1On some platforms, so-called memory-mapped I/O is weakly ordered. On such
2platforms, driver writers are responsible for ensuring that I/O writes to
3memory-mapped addresses on their device arrive in the order intended. This is
4typically done by reading a 'safe' device or bridge register, causing the I/O
5chipset to flush pending writes to the device before any reads are posted. A
6driver would usually use this technique immediately prior to the exit of a
7critical section of code protected by spinlocks. This would ensure that
8subsequent writes to I/O space arrived only after all prior writes (much like a
9memory barrier op, mb(), only with respect to I/O).
11A more concrete example from a hypothetical device driver:
13        ...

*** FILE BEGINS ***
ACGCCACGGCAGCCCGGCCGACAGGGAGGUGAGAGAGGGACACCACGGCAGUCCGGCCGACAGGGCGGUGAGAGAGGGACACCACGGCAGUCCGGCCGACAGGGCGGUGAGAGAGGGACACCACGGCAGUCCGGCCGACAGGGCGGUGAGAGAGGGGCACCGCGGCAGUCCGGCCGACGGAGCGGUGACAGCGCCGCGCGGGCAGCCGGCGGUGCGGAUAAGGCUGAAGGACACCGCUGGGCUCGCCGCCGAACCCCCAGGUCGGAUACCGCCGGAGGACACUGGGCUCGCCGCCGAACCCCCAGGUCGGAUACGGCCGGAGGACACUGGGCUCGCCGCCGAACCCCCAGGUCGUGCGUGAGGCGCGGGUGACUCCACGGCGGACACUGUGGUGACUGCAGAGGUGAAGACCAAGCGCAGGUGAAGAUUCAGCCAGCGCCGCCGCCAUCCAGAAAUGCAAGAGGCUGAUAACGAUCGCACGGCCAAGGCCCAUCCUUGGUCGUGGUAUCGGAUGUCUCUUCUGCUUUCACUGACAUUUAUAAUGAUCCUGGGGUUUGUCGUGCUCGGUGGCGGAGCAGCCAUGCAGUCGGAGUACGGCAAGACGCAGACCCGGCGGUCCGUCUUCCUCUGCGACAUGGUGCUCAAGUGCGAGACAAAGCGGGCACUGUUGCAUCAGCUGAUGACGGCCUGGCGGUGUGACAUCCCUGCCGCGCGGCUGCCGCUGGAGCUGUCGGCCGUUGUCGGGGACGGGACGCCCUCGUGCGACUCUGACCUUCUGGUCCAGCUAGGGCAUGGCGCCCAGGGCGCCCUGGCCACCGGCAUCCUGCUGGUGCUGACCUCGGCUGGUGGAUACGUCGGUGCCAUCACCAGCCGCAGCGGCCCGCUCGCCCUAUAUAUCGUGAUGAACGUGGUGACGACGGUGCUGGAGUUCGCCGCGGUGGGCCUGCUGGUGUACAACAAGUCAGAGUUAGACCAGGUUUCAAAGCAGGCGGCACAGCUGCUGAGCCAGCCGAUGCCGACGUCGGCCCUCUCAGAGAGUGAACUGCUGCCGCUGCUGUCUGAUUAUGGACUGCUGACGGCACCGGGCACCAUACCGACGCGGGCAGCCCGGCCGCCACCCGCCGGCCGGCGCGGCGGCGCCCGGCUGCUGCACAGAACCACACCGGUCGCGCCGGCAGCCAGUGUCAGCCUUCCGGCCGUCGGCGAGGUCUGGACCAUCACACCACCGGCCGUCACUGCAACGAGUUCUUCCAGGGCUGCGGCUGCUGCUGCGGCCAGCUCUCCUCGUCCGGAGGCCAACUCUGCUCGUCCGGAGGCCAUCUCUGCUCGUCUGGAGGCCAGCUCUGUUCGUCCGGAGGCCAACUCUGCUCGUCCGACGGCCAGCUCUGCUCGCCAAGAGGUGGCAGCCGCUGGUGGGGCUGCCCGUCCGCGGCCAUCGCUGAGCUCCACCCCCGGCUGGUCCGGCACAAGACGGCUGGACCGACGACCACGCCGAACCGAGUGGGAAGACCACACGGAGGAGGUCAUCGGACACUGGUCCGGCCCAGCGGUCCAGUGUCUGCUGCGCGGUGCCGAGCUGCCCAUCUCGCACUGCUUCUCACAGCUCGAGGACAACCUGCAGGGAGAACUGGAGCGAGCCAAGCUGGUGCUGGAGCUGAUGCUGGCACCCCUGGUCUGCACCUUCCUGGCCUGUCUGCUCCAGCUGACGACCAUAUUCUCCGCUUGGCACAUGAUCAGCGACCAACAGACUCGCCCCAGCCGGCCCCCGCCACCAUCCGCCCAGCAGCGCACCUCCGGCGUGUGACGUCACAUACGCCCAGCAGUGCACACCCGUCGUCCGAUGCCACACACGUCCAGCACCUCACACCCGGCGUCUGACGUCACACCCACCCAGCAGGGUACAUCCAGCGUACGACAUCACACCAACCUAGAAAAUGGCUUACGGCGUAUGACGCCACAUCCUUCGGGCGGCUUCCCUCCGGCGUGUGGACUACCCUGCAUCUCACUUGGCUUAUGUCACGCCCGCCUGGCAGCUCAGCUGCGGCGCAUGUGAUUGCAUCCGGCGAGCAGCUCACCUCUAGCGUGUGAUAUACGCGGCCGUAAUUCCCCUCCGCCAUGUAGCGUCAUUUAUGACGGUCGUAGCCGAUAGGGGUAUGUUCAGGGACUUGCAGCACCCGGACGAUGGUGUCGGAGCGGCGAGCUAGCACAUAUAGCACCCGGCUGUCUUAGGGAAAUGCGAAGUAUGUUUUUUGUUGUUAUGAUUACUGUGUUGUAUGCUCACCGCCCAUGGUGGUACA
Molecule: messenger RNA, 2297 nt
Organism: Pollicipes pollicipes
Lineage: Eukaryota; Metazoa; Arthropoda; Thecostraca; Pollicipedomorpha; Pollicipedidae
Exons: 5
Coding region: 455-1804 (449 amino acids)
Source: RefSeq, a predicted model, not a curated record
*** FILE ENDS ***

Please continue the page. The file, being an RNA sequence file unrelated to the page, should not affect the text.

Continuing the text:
14CPU A: spin_lock_irqsave(&dev_lock, flags)
15CPU A: val = readl(my_status);
16CPU A: ...
17CPU A: writel(newval, ring_ptr);
18CPU A: spin_unlock_irqrestore(&dev_lock, flags)
19        ...
20CPU B: spin_lock_irqsave(&dev_lock, flags)
21CPU B: val = readl(my_status);
22CPU B: ...
23CPU B: writel(newval2, ring_ptr);
24CPU B: spin_unlock_irqrestore(&dev_lock, flags)
25        ...
27In the case above, the device may receive newval2 before it receives newval,
28which could cause problems. Fixing it is easy enough though:
30        ...
31CPU A: spin_lock_irqsave(&dev_lock, flags)
32CPU A: val = readl(my_status);
33CPU A: ...
34CPU A: writel(newval, ring_ptr);
35CPU A: (void)readl(safe_register); /* maybe a config register? */
36CPU A: spin_unlock_irqrestore(&dev_lock, flags)
37        ...
38CPU B: spin_lock_irqsave(&dev_lock, flags)
39CPU B: val = readl(my_status);
40CPU B: ...
41CPU B: writel(newval2, ring_ptr);
42CPU B: (void)readl(safe_register); /* maybe a config register? */
43CPU B: spin_unlock_irqrestore(&dev_lock, flags)
45Here, the reads from safe_register will cause the I/O chipset to flush any
46pending writes before actually posting the read to the chipset, preventing
47possible data corruption.

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